AMMAN (Reuters) - Royal Jordanian, one of the main airlines serving Iraq, said on Saturday it had suspended all flights to Baghdad for at least 24 hours on security grounds.
The Jordanian state carrier was “monitoring security developments” in Iraq and would review the resumption of flights over Iraqi airspace on Sunday, said Basel Al Kilani, an airline spokesman.
Royal Jordanian until recently had an extensive network over Iraq, with a weekly total of 30 flights, serving Baghdad 11 times a week, as well as Basra in the south, and Irbil and Sulaymaniya in the Kurdish north.
It stopped its twice-weekly flights to Mosul shortly after the northern city fell in June to the Islamic State (IS) militant group.
Royal Jordanian’s suspension follows similar action by other major airlines after the downing of Malaysia Airlines Flight MH-17 on June 17 over a conflict zone in eastern Ukraine with the loss of 298 people on board.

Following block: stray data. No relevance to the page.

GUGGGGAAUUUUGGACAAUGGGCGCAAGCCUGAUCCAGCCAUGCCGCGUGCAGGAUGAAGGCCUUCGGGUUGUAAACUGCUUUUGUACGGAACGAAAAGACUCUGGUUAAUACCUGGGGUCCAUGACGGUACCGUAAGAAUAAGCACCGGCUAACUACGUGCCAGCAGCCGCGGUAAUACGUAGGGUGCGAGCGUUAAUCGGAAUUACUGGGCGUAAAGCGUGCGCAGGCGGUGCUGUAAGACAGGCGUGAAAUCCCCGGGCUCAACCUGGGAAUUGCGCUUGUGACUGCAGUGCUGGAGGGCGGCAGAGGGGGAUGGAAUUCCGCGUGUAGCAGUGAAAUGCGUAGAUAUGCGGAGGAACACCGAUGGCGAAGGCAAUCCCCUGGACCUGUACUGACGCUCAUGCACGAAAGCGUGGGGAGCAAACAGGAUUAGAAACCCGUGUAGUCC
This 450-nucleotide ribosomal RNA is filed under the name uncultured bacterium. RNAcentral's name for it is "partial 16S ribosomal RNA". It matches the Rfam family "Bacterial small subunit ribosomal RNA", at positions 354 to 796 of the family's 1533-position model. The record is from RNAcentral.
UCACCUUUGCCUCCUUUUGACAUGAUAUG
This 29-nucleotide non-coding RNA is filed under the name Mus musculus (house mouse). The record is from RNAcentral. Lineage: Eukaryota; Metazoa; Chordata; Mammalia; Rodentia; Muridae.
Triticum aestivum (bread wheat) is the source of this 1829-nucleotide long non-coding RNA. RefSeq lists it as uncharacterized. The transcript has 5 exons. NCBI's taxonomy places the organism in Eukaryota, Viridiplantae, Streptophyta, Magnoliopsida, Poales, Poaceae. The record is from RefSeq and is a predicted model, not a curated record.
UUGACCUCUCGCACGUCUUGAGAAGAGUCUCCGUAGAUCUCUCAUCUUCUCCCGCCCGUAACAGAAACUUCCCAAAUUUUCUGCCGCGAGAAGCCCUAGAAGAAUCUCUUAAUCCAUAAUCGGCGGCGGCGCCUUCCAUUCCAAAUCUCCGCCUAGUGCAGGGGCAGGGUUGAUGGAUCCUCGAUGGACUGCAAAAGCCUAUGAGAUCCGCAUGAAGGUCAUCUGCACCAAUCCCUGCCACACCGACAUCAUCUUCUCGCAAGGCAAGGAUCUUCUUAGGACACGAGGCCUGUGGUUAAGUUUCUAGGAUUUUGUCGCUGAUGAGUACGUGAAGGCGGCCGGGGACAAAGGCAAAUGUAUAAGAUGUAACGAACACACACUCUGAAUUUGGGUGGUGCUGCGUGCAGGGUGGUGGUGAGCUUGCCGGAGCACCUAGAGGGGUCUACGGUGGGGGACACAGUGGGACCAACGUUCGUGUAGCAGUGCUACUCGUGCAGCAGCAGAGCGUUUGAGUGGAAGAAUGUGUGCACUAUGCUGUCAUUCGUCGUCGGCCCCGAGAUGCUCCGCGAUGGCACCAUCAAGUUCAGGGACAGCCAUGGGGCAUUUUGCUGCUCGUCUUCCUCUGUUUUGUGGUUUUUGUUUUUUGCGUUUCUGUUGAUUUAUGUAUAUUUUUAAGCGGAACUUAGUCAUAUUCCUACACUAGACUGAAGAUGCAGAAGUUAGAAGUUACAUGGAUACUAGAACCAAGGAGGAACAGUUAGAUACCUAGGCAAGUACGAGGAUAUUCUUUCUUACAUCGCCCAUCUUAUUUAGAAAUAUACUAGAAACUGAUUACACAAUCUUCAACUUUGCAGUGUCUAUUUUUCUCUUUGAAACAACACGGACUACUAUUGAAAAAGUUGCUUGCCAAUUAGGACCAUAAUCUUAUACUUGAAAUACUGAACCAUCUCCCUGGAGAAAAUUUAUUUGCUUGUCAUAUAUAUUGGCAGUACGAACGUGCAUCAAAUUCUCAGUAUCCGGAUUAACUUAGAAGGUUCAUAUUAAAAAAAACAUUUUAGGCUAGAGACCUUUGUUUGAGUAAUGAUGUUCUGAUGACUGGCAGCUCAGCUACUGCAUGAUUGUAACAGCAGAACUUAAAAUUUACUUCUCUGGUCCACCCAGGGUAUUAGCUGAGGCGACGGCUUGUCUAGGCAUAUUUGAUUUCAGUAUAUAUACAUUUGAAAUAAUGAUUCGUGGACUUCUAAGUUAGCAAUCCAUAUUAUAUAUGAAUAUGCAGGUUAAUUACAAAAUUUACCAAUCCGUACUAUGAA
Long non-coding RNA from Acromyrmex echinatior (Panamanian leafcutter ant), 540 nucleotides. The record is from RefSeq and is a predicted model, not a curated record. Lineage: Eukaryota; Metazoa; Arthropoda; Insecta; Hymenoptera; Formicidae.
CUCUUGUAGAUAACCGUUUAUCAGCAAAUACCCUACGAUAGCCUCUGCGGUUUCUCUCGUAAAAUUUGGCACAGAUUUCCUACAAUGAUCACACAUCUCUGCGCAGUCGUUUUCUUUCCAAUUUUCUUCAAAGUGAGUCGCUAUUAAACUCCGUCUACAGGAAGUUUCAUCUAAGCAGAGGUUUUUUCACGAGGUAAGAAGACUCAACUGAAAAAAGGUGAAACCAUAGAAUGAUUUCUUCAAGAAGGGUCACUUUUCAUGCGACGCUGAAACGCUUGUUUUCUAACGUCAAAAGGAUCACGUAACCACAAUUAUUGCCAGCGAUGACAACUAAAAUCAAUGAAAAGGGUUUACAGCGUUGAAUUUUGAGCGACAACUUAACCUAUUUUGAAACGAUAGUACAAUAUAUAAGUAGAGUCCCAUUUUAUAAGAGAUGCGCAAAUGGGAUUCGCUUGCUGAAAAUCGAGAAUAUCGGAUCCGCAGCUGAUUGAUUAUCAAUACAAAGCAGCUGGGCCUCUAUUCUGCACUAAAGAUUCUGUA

Air France-KLM, Britain’s Virgin Atlantic [VA.UL], Air Berlin and Poland’s LOT [LOT.UL] said earlier this week they had suspended flights over Iraq for security reasons.
Emirates [EMIRA.UL] had already said it was avoiding the area.. Germany’s Lufthansa said it was avoiding certain areas of Iraq though sticking to frequently used paths. Abu Dhabi-based Etihad said it was still flying to and over Iraq, while Australia’s Qantas was continuing to fly over the country, according to Australian media reports.
About 30 airlines temporarily suspended flights to Tel Aviv earlier this month to comply with a ban by the Federal Aviation Authority issued when hostilities erupted between Israel and the Palestinian militant organization Hamas. The ban has since been lifted.
Reporting by Suleiman Al-Khalidi; Editing by Lynne O'Donnell